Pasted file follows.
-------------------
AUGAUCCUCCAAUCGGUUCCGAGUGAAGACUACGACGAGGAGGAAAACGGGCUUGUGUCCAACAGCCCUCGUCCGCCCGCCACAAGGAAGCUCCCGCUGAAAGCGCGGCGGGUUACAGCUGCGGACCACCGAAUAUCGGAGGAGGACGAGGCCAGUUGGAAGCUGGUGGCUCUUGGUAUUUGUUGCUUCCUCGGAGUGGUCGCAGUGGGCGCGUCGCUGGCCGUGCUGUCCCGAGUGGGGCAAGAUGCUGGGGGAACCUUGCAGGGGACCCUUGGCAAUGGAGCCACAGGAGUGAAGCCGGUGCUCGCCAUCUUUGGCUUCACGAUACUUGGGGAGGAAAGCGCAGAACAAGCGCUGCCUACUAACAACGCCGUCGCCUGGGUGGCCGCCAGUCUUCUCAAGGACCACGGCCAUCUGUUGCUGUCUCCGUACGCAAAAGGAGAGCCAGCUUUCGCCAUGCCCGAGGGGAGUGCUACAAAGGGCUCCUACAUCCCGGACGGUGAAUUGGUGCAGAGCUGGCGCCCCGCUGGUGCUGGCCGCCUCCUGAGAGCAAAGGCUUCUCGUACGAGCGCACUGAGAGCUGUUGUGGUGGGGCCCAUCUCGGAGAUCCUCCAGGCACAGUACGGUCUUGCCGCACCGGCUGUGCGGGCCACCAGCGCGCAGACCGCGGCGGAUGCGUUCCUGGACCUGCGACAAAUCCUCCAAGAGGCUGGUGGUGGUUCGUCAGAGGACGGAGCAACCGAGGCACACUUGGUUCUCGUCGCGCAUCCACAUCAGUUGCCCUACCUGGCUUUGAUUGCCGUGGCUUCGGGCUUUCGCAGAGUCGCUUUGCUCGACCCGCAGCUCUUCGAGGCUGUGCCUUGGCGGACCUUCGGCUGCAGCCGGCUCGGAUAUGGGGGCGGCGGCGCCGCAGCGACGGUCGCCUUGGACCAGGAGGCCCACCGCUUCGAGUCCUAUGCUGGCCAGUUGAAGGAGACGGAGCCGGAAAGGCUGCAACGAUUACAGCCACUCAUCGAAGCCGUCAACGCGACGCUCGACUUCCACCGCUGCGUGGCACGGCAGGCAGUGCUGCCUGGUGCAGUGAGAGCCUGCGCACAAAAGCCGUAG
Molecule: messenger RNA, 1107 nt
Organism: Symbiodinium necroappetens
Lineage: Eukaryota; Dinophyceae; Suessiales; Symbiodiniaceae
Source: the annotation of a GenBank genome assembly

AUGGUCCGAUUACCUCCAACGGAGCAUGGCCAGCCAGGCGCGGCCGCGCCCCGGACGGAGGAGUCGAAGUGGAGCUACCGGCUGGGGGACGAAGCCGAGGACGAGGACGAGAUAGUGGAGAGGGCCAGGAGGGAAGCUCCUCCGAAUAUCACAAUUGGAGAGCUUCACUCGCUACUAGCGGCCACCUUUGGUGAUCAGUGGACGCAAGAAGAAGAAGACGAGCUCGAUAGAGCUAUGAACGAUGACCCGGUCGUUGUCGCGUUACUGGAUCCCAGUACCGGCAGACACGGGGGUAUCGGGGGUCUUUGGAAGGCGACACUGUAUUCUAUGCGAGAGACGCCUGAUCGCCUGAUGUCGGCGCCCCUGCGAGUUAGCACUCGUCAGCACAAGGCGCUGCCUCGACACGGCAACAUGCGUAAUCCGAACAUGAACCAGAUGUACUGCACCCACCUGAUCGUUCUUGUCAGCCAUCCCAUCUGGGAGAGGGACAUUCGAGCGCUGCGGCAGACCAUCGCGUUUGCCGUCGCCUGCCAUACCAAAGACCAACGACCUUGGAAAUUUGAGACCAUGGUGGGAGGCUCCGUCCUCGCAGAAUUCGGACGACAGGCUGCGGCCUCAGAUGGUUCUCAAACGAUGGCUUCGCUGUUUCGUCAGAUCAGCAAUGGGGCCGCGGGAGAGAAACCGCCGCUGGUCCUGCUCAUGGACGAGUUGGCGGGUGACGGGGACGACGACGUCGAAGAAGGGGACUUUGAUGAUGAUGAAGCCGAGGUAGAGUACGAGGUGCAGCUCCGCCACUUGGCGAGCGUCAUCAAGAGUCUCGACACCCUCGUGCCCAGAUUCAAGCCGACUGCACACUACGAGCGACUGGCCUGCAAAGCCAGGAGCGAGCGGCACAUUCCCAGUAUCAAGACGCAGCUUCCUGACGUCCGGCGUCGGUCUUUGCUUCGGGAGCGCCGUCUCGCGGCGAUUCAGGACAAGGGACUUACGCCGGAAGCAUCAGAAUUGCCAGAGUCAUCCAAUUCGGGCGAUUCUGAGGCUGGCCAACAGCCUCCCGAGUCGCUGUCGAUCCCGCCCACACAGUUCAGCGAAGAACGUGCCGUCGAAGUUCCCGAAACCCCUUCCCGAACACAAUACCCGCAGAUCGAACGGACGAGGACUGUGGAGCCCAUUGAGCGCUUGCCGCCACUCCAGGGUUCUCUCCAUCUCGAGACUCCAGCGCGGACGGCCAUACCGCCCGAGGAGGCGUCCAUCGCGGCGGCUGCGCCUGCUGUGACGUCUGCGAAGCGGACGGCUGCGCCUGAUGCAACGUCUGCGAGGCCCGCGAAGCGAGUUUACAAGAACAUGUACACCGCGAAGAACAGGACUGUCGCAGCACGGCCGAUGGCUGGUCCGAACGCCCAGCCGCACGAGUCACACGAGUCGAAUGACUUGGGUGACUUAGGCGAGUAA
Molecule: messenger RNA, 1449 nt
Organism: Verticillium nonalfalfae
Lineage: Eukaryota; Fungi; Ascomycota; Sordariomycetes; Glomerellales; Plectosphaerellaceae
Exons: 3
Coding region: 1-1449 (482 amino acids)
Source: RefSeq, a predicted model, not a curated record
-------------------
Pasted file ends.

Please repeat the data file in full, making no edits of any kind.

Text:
AUGAUCCUCCAAUCGGUUCCGAGUGAAGACUACGACGAGGAGGAAAACGGGCUUGUGUCCAACAGCCCUCGUCCGCCCGCCACAAGGAAGCUCCCGCUGAAAGCGCGGCGGGUUACAGCUGCGGACCACCGAAUAUCGGAGGAGGACGAGGCCAGUUGGAAGCUGGUGGCUCUUGGUAUUUGUUGCUUCCUCGGAGUGGUCGCAGUGGGCGCGUCGCUGGCCGUGCUGUCCCGAGUGGGGCAAGAUGCUGGGGGAACCUUGCAGGGGACCCUUGGCAAUGGAGCCACAGGAGUGAAGCCGGUGCUCGCCAUCUUUGGCUUCACGAUACUUGGGGAGGAAAGCGCAGAACAAGCGCUGCCUACUAACAACGCCGUCGCCUGGGUGGCCGCCAGUCUUCUCAAGGACCACGGCCAUCUGUUGCUGUCUCCGUACGCAAAAGGAGAGCCAGCUUUCGCCAUGCCCGAGGGGAGUGCUACAAAGGGCUCCUACAUCCCGGACGGUGAAUUGGUGCAGAGCUGGCGCCCCGCUGGUGCUGGCCGCCUCCUGAGAGCAAAGGCUUCUCGUACGAGCGCACUGAGAGCUGUUGUGGUGGGGCCCAUCUCGGAGAUCCUCCAGGCACAGUACGGUCUUGCCGCACCGGCUGUGCGGGCCACCAGCGCGCAGACCGCGGCGGAUGCGUUCCUGGACCUGCGACAAAUCCUCCAAGAGGCUGGUGGUGGUUCGUCAGAGGACGGAGCAACCGAGGCACACUUGGUUCUCGUCGCGCAUCCACAUCAGUUGCCCUACCUGGCUUUGAUUGCCGUGGCUUCGGGCUUUCGCAGAGUCGCUUUGCUCGACCCGCAGCUCUUCGAGGCUGUGCCUUGGCGGACCUUCGGCUGCAGCCGGCUCGGAUAUGGGGGCGGCGGCGCCGCAGCGACGGUCGCCUUGGACCAGGAGGCCCACCGCUUCGAGUCCUAUGCUGGCCAGUUGAAGGAGACGGAGCCGGAAAGGCUGCAACGAUUACAGCCACUCAUCGAAGCCGUCAACGCGACGCUCGACUUCCACCGCUGCGUGGCACGGCAGGCAGUGCUGCCUGGUGCAGUGAGAGCCUGCGCACAAAAGCCGUAG
Molecule: messenger RNA, 1107 nt
Organism: Symbiodinium necroappetens
Lineage: Eukaryota; Dinophyceae; Suessiales; Symbiodiniaceae
Source: the annotation of a GenBank genome assembly

AUGGUCCGAUUACCUCCAACGGAGCAUGGCCAGCCAGGCGCGGCCGCGCCCCGGACGGAGGAGUCGAAGUGGAGCUACCGGCUGGGGGACGAAGCCGAGGACGAGGACGAGAUAGUGGAGAGGGCCAGGAGGGAAGCUCCUCCGAAUAUCACAAUUGGAGAGCUUCACUCGCUACUAGCGGCCACCUUUGGUGAUCAGUGGACGCAAGAAGAAGAAGACGAGCUCGAUAGAGCUAUGAACGAUGACCCGGUCGUUGUCGCGUUACUGGAUCCCAGUACCGGCAGACACGGGGGUAUCGGGGGUCUUUGGAAGGCGACACUGUAUUCUAUGCGAGAGACGCCUGAUCGCCUGAUGUCGGCGCCCCUGCGAGUUAGCACUCGUCAGCACAAGGCGCUGCCUCGACACGGCAACAUGCGUAAUCCGAACAUGAACCAGAUGUACUGCACCCACCUGAUCGUUCUUGUCAGCCAUCCCAUCUGGGAGAGGGACAUUCGAGCGCUGCGGCAGACCAUCGCGUUUGCCGUCGCCUGCCAUACCAAAGACCAACGACCUUGGAAAUUUGAGACCAUGGUGGGAGGCUCCGUCCUCGCAGAAUUCGGACGACAGGCUGCGGCCUCAGAUGGUUCUCAAACGAUGGCUUCGCUGUUUCGUCAGAUCAGCAAUGGGGCCGCGGGAGAGAAACCGCCGCUGGUCCUGCUCAUGGACGAGUUGGCGGGUGACGGGGACGACGACGUCGAAGAAGGGGACUUUGAUGAUGAUGAAGCCGAGGUAGAGUACGAGGUGCAGCUCCGCCACUUGGCGAGCGUCAUCAAGAGUCUCGACACCCUCGUGCCCAGAUUCAAGCCGACUGCACACUACGAGCGACUGGCCUGCAAAGCCAGGAGCGAGCGGCACAUUCCCAGUAUCAAGACGCAGCUUCCUGACGUCCGGCGUCGGUCUUUGCUUCGGGAGCGCCGUCUCGCGGCGAUUCAGGACAAGGGACUUACGCCGGAAGCAUCAGAAUUGCCAGAGUCAUCCAAUUCGGGCGAUUCUGAGGCUGGCCAACAGCCUCCCGAGUCGCUGUCGAUCCCGCCCACACAGUUCAGCGAAGAACGUGCCGUCGAAGUUCCCGAAACCCCUUCCCGAACACAAUACCCGCAGAUCGAACGGACGAGGACUGUGGAGCCCAUUGAGCGCUUGCCGCCACUCCAGGGUUCUCUCCAUCUCGAGACUCCAGCGCGGACGGCCAUACCGCCCGAGGAGGCGUCCAUCGCGGCGGCUGCGCCUGCUGUGACGUCUGCGAAGCGGACGGCUGCGCCUGAUGCAACGUCUGCGAGGCCCGCGAAGCGAGUUUACAAGAACAUGUACACCGCGAAGAACAGGACUGUCGCAGCACGGCCGAUGGCUGGUCCGAACGCCCAGCCGCACGAGUCACACGAGUCGAAUGACUUGGGUGACUUAGGCGAGUAA
Molecule: messenger RNA, 1449 nt
Organism: Verticillium nonalfalfae
Lineage: Eukaryota; Fungi; Ascomycota; Sordariomycetes; Glomerellales; Plectosphaerellaceae
Exons: 3
Coding region: 1-1449 (482 amino acids)
Source: RefSeq, a predicted model, not a curated record